The 18-year-old Atlantic bottlenose dolphin was born at the National Aquarium.
Maya, one of the oldest dolphins at the National Aquarium in Baltimore, has died after an extended illness. The female dolphin first became sick in March, and her condition continued to decline less than a month later. Veterinarians explored a number of treatment options for Maya, and she was given 24-hour care throughout the past few months. Unfortunately, after enduring a few difficult days, Maya died on July 7, 2019, at the National Aquarium.
In March, the staff at the National Aquarium noticed Maya seemed to have lost her appetite. Veterinarians decided to treat her with fluids, electrolytes and antibiotics. By mid-April, her condition was not improving so the animal health team ran a number of tests. Maya had inflammation throughout her body, and her liver was not functioning properly. A liver biopsy was taken in an effort to diagnose Maya’s condition.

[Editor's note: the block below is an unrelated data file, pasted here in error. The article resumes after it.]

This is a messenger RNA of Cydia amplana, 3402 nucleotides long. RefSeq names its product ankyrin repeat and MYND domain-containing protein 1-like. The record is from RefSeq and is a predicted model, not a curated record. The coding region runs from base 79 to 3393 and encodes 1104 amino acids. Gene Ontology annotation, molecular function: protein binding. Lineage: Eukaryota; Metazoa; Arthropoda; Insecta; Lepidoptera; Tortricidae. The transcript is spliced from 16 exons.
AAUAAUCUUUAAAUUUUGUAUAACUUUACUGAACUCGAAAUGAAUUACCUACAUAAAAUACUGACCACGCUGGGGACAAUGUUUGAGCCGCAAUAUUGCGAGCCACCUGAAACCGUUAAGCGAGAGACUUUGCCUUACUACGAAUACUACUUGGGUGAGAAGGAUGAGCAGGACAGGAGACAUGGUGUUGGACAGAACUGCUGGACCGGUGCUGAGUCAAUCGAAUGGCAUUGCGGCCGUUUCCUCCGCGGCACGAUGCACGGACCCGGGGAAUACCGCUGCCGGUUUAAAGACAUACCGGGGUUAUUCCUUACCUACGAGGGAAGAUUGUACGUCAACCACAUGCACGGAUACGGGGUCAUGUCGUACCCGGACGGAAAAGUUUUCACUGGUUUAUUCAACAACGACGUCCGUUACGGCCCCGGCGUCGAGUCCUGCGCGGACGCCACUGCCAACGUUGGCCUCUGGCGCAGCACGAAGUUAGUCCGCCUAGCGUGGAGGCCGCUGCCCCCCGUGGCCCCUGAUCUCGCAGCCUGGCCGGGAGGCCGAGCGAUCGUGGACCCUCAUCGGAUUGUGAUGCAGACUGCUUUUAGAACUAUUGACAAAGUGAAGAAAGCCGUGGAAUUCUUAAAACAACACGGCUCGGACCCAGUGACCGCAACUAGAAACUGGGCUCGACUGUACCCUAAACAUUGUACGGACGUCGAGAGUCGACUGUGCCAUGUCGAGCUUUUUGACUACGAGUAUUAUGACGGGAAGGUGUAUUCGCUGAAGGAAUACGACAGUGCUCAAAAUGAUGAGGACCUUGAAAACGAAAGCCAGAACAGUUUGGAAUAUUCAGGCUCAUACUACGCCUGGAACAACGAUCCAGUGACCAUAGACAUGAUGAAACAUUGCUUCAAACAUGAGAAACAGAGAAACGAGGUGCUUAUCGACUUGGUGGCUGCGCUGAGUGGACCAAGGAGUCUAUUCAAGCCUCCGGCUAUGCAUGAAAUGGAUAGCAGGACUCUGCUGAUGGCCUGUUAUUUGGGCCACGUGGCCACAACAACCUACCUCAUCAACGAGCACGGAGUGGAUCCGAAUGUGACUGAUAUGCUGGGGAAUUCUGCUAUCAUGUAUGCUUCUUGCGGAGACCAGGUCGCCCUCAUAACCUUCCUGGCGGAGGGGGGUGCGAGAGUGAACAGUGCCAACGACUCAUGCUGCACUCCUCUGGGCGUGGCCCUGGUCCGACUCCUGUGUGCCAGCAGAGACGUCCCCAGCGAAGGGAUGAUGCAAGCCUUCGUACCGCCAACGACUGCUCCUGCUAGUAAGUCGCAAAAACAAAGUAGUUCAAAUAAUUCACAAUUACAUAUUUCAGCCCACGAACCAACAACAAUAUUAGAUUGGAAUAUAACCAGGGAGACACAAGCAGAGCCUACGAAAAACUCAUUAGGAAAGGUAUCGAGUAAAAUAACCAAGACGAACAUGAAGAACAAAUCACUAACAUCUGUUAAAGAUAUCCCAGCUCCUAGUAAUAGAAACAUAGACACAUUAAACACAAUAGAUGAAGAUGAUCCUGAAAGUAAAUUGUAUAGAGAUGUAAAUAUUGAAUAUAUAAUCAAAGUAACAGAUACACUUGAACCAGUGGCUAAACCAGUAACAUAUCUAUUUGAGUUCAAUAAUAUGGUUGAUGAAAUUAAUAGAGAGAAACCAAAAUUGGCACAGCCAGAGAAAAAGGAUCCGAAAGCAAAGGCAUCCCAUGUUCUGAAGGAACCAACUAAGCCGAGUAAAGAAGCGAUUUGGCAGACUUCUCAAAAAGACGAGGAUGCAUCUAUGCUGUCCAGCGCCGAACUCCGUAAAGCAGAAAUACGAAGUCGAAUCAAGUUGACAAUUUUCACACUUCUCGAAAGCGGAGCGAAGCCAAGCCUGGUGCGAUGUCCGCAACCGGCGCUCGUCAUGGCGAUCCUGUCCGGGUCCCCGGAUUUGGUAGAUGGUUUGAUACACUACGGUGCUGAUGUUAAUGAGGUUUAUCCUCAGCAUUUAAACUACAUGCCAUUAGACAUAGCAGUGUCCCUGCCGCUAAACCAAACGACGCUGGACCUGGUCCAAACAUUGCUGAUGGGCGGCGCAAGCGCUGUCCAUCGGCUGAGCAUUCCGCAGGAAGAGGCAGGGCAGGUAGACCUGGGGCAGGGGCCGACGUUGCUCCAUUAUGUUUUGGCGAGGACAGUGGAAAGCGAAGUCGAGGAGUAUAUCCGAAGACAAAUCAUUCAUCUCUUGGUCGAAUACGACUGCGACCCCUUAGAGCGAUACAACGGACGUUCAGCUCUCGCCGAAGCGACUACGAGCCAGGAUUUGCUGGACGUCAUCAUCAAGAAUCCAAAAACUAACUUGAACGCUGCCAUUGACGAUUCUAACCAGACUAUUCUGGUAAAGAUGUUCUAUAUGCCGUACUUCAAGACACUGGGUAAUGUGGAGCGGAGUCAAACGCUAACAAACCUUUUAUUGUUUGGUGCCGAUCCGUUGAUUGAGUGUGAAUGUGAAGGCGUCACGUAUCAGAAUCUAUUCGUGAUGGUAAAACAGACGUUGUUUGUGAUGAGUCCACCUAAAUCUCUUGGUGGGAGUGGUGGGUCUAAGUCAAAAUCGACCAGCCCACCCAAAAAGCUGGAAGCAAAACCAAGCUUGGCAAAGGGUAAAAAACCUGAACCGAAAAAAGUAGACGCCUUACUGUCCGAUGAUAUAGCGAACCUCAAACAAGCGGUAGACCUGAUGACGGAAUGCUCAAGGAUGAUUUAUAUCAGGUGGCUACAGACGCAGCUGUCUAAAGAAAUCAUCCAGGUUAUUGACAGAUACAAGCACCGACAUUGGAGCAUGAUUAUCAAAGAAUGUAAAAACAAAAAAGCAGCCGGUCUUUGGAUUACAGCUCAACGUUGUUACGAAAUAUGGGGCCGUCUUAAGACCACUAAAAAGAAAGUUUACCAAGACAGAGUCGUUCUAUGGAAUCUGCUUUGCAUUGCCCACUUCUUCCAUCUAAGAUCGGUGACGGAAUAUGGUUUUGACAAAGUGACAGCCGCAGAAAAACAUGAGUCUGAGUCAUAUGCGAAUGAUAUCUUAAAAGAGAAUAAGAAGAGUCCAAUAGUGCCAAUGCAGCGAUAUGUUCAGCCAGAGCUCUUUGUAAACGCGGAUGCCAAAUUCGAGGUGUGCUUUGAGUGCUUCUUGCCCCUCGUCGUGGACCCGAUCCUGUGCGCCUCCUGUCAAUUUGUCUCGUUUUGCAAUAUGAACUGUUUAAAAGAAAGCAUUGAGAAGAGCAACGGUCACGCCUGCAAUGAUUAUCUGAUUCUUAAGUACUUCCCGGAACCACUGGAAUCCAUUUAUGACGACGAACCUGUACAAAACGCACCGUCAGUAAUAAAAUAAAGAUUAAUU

Over the Fourth of July holiday weekend, she was lethargic, having trouble breathing and unable to keep anything down. Veterinary staff decided to euthanize Maya to prevent any further suffering.
"Maya was a cherished member of our National Aquarium family, and we are heartbroken to lose her," said National Aquarium Chief Executive Officer John Racanelli. "We have been deeply moved by the outpouring of support from the community and appreciate everyone's compassion during this difficult time for our staff, our dolphins, and our guests.”
Maya was born at the aquarium on May 13, 2001. She was one of seven dolphins living in the Baltimore colony. In the early 2000s, the dolphins were featured in a live performance show at the aquarium. As the public became uncomfortable with the captivity of dolphins and whales, the aquarium began looking for alternatives for its dolphins. In June of 2016, they announced the dolphins would be relocated to an ocean sanctuary in 2020.
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